Seed to Shawl

When you decide you need a new shirt or dress do you give much consideration into how it was made? If you are like most of us, we go to the store looking for something that catches our eye or fits our requirements or browse online for something that we might like. If you were forced to make your own clothing, there is a world of other things to think about and consider.

Our early pioneer settlers had to grow the cotton, raise the sheep or grow the silkworms to begin the long and arduous process of getting a new shirt. Fortunately, today we have things much easier but there are still people who like to keep the old ways going.

Linda Murie and Janet Smith are two of those ladies who love to weave and spin cotton and wool. Linda is a member of the Weaving Guild and often gives demonstrations of weaving techniques.

Janet Smith has been hand spinning for over 10 years and almost that long for Historic St. George, Live! She learned to spin while doing weaving classes with Sandra Sandberg, of the Weaving Guild. Sandra asked the class one day if anyone would be interested in learning to spin. Janet had purchased a used wheel a few years earlier, but was using it as a decorative piece only and thought it might be good to learn how to use it.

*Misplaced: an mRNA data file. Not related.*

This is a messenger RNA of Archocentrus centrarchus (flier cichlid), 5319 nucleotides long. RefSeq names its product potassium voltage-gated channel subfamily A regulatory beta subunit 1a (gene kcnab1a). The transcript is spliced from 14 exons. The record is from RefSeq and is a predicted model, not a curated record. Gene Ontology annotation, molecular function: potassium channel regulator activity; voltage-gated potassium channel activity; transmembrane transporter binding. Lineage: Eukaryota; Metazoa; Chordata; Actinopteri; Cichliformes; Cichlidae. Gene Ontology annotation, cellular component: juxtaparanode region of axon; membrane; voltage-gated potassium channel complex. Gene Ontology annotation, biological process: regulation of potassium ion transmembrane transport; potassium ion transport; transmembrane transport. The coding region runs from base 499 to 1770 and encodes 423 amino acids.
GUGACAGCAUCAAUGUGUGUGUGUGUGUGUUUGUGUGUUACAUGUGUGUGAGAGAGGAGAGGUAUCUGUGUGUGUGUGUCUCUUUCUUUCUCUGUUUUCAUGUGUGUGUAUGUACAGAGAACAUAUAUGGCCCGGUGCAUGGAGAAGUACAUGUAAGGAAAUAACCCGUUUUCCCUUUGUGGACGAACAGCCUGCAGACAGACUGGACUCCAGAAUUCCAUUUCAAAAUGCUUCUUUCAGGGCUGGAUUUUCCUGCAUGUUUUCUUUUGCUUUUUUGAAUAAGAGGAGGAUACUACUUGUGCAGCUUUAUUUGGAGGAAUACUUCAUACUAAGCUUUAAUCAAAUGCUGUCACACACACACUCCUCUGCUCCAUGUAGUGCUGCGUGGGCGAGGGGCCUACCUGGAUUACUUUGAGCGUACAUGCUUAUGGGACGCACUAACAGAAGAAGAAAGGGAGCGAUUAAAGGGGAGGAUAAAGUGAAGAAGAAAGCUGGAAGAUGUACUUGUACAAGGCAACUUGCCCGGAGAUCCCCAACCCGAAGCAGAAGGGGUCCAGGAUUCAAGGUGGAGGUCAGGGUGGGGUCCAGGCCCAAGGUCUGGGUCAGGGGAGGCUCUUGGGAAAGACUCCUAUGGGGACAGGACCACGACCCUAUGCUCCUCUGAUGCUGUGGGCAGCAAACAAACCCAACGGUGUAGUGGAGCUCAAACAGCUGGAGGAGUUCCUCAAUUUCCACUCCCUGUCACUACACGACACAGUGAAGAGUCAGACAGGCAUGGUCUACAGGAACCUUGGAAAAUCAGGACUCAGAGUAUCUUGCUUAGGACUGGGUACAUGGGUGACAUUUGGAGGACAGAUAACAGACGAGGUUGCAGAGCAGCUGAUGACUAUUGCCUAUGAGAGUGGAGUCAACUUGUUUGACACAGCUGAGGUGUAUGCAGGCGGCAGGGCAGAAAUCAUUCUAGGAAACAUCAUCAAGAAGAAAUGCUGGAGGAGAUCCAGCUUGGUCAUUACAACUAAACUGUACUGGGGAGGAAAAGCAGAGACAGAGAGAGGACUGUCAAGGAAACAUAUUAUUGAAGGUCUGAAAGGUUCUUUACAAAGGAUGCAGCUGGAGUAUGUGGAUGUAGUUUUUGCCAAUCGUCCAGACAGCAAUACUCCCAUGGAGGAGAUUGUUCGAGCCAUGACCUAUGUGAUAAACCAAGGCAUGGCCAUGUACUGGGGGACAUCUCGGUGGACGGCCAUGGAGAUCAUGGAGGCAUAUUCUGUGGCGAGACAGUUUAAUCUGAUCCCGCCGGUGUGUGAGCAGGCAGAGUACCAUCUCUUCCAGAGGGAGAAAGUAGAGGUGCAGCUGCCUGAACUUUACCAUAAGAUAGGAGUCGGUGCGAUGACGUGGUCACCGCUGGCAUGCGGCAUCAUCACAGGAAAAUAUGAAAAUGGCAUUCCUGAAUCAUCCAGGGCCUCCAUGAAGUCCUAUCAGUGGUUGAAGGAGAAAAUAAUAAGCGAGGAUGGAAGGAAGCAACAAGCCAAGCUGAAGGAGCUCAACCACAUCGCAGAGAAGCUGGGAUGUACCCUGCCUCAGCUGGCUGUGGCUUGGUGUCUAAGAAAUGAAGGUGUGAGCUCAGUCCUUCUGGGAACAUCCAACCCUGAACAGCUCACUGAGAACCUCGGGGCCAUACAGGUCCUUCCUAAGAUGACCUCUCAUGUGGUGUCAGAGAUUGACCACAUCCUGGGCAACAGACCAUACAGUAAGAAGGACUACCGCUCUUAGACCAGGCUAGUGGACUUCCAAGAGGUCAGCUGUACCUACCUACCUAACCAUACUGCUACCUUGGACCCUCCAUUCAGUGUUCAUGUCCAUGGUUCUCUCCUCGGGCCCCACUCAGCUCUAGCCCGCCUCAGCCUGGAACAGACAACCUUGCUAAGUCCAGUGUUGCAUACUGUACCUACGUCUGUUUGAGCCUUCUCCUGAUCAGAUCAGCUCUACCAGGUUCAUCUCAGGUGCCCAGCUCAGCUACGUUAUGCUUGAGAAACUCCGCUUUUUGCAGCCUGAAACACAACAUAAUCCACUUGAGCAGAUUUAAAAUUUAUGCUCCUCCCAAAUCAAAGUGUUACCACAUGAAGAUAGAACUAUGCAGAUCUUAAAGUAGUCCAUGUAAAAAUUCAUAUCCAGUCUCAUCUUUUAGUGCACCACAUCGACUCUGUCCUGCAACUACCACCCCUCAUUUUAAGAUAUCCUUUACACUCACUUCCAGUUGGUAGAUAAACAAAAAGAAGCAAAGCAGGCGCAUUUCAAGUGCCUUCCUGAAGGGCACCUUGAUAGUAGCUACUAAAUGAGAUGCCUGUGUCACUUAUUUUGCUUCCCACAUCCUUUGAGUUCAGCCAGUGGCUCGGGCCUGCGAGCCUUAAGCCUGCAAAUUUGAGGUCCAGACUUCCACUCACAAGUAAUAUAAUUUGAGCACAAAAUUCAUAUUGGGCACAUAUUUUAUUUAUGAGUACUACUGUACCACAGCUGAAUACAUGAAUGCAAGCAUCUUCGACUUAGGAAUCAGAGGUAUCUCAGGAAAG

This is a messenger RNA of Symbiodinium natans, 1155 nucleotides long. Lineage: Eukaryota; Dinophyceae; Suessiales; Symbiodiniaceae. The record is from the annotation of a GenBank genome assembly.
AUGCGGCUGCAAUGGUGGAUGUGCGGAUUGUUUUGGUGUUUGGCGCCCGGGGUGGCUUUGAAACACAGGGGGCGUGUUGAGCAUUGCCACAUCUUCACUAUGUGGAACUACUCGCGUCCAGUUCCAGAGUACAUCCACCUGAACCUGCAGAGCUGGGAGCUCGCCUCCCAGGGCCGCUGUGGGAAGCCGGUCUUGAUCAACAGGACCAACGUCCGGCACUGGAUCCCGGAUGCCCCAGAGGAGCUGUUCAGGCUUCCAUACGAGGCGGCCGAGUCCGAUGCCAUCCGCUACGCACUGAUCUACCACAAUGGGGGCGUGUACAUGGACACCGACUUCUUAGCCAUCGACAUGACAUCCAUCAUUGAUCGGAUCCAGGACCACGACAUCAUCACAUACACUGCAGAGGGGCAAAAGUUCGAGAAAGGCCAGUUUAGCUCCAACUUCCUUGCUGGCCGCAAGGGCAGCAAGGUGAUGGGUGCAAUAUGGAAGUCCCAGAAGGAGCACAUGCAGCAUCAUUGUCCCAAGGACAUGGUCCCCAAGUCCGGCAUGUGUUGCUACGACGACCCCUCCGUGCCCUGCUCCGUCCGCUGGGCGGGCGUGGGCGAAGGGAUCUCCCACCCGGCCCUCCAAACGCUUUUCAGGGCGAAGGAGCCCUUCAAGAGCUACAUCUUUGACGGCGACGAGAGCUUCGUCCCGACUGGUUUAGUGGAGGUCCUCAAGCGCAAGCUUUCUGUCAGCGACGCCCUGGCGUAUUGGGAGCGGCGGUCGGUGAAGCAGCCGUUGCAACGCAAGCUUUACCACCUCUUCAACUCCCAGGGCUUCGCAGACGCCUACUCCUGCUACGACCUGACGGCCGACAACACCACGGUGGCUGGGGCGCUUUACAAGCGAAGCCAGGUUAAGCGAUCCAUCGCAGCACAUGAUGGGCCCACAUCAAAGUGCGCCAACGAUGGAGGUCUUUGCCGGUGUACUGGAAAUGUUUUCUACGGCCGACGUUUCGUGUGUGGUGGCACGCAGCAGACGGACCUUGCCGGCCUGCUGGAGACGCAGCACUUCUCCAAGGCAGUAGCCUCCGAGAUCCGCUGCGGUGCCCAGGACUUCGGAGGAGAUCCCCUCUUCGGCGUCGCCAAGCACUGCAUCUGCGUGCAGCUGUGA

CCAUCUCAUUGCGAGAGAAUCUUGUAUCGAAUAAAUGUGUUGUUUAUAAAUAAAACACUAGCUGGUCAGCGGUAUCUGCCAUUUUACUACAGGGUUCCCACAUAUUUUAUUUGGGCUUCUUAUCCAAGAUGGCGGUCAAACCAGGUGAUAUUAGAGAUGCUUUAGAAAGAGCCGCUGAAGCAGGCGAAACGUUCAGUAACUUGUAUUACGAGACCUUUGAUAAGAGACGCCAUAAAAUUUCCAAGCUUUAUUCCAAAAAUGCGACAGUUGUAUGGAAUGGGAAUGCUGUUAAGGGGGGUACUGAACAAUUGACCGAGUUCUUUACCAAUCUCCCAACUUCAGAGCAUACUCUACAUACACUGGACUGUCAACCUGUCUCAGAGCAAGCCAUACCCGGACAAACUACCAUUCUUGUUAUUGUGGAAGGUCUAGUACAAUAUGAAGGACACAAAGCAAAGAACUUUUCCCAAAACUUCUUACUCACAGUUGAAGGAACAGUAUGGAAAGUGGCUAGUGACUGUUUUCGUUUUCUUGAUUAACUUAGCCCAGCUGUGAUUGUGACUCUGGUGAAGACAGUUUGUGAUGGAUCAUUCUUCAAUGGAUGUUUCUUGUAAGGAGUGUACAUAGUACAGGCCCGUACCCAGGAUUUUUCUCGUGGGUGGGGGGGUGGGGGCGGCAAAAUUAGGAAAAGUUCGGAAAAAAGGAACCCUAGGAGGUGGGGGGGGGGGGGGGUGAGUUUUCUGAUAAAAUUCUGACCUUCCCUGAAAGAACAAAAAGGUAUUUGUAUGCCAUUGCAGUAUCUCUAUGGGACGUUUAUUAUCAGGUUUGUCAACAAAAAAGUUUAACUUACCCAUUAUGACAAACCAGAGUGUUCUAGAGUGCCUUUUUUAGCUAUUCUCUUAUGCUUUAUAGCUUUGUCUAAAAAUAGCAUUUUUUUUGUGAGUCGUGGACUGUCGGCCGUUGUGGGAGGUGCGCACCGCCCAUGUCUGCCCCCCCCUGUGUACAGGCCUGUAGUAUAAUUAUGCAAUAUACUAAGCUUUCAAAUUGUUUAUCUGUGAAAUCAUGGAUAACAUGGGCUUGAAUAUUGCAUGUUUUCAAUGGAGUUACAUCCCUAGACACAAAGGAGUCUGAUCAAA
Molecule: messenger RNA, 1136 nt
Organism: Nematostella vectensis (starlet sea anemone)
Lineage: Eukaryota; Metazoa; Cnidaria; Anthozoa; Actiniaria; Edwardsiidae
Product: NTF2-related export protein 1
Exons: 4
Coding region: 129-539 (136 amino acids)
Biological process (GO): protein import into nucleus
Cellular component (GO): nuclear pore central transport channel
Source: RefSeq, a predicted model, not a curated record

They worked with wool at first, moving on to other fibers. She tried some handpicked cotton and found she enjoyed working with it. She approached the people at Historic St. George Live to see if they would be interested in having a hand spinner as part of their pre-tour and they liked the idea. It was great for her to have a regular commitment because she got lots of practice. She still enjoys spinning a variety of fibers, but has an affinity for locally grown cotton. As Janet says, it is a connection to her pioneer heritage and the early settlers of the St. George area.

Linda and Janet will be at the Daughters of Utah Pioneers Museum for the third Weekend Event on, Saturday, Jan. 15, at 10 a.m. The Museum is located at 145 N. 100 E., St. George. The public is invited, and admission is free. There is handicap access. Call 435-628-7274 if you have questions. Current COVID protocols are being followed. Masks are not required but encouraged.

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